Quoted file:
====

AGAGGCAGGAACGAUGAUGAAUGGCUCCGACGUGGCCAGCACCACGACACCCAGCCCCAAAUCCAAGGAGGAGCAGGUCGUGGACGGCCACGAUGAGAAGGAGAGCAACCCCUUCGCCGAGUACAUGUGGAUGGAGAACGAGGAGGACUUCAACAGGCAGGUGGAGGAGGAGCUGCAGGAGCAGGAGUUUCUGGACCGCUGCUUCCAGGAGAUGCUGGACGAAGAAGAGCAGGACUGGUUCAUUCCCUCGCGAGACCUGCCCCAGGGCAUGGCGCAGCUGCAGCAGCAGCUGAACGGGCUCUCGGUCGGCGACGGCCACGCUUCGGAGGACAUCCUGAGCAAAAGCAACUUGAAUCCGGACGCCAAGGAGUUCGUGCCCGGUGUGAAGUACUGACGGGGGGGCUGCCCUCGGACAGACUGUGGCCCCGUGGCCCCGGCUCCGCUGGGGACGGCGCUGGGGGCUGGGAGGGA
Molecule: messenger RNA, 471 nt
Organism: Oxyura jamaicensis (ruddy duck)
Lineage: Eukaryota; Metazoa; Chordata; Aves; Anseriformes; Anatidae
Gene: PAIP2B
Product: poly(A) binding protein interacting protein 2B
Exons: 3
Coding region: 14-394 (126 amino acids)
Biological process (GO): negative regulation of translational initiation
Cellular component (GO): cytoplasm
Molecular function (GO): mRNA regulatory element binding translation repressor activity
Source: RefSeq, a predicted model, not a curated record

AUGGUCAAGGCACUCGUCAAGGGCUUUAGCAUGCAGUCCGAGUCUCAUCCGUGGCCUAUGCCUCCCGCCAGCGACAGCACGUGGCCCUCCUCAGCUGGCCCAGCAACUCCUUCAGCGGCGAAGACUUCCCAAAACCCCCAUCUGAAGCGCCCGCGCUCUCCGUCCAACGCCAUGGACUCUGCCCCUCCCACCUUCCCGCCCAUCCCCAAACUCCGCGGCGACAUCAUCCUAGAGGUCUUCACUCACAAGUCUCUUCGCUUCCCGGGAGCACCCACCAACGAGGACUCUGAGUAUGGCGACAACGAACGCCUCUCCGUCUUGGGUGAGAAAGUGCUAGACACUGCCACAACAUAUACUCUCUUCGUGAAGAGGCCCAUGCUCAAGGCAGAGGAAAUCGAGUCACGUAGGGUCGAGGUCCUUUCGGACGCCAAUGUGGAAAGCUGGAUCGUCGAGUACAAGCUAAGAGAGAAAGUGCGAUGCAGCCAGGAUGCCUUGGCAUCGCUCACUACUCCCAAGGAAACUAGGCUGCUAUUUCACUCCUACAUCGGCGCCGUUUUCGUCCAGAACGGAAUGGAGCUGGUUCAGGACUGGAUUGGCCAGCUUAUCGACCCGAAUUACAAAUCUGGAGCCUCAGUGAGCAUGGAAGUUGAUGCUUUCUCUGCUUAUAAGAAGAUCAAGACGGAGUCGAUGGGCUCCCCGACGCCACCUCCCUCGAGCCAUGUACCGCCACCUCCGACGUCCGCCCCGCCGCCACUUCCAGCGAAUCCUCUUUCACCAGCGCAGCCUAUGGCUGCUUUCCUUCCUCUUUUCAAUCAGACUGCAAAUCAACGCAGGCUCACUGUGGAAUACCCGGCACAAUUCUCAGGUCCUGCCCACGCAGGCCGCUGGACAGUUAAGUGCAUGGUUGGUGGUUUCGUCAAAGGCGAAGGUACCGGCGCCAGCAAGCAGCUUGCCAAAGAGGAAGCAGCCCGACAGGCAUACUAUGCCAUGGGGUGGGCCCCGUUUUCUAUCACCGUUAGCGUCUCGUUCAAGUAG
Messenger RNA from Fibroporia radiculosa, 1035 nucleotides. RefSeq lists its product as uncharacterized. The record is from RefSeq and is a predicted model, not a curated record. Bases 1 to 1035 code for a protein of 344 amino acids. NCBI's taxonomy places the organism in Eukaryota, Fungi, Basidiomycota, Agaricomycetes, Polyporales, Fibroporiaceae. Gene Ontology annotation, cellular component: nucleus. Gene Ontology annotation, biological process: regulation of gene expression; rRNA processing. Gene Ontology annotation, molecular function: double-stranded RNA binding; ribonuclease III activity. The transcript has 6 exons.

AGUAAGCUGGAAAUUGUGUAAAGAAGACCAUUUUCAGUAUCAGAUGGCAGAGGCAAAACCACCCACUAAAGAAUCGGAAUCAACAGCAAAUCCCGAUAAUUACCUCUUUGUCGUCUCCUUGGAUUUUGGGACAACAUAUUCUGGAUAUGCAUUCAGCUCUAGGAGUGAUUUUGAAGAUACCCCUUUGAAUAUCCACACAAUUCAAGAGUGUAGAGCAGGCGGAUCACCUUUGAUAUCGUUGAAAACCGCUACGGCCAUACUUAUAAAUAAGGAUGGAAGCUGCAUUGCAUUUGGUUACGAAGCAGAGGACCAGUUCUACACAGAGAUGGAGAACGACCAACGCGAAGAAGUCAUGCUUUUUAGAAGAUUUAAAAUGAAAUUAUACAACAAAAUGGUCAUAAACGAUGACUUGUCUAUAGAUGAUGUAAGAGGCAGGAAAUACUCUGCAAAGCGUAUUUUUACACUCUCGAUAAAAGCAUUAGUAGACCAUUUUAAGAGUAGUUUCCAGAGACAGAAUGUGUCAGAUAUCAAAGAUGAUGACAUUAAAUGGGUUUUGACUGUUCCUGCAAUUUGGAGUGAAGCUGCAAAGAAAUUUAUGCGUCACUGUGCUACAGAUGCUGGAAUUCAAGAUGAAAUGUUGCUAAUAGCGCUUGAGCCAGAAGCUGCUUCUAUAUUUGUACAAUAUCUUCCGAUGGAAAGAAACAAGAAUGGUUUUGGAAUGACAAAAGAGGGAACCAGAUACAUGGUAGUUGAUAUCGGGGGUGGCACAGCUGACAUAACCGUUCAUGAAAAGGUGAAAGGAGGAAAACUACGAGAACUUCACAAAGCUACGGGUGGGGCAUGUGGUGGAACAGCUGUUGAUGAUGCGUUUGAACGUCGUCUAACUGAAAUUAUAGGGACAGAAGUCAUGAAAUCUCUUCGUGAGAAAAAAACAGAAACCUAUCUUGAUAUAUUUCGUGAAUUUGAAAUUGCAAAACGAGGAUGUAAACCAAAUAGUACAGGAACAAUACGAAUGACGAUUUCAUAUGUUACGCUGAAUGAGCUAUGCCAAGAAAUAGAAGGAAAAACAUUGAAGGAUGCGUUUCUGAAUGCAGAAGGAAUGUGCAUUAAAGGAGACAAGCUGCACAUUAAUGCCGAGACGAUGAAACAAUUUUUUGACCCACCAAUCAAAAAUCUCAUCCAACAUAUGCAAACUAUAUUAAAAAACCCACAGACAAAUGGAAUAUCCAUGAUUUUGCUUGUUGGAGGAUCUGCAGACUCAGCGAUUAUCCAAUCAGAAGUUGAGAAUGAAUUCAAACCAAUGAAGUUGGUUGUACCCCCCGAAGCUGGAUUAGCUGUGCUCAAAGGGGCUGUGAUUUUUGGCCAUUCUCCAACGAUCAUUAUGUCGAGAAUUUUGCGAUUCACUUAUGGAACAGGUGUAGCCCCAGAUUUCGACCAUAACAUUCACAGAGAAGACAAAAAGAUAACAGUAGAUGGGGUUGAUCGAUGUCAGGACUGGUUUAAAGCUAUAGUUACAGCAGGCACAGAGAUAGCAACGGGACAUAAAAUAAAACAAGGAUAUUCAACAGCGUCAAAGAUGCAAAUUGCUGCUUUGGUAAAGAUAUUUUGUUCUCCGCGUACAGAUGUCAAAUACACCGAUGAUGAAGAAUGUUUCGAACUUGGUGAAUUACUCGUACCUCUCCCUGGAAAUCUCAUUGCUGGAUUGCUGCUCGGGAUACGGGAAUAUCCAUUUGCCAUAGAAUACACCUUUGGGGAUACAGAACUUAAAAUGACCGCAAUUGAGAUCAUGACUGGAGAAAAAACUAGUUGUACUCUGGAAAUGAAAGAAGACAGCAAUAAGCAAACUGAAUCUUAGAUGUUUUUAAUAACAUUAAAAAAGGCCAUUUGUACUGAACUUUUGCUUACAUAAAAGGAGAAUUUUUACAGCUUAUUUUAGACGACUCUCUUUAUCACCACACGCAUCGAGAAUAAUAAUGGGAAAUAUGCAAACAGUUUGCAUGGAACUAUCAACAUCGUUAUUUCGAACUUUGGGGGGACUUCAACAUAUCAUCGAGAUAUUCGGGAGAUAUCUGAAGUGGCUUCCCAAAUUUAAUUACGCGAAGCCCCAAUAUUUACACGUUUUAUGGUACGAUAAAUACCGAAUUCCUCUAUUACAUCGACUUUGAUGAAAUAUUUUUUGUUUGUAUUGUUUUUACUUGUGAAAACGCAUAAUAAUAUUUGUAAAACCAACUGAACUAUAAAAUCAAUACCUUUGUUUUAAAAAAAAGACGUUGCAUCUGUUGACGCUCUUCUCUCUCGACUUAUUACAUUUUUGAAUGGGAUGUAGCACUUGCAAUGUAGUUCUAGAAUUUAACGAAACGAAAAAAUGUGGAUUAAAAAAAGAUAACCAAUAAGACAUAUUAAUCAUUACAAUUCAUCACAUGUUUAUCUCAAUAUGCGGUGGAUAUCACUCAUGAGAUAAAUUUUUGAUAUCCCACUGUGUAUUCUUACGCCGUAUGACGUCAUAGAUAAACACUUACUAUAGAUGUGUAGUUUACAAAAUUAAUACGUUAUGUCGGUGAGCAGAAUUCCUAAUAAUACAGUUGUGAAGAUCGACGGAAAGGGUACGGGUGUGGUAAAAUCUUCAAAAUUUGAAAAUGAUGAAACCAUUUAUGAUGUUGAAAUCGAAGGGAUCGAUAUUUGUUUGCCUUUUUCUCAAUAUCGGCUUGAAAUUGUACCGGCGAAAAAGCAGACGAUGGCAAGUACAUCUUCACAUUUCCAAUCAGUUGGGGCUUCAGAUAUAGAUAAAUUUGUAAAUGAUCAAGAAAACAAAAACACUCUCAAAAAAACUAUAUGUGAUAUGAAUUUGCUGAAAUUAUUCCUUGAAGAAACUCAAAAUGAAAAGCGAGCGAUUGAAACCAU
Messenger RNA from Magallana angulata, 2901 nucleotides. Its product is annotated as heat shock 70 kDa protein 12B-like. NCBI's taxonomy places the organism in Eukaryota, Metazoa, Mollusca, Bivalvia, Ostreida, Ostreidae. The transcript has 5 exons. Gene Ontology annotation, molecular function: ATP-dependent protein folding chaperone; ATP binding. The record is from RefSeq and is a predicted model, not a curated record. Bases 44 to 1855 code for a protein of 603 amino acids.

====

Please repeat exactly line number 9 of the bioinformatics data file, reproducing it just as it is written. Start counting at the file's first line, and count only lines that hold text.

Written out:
Biological process (GO): negative regulation of translational initiation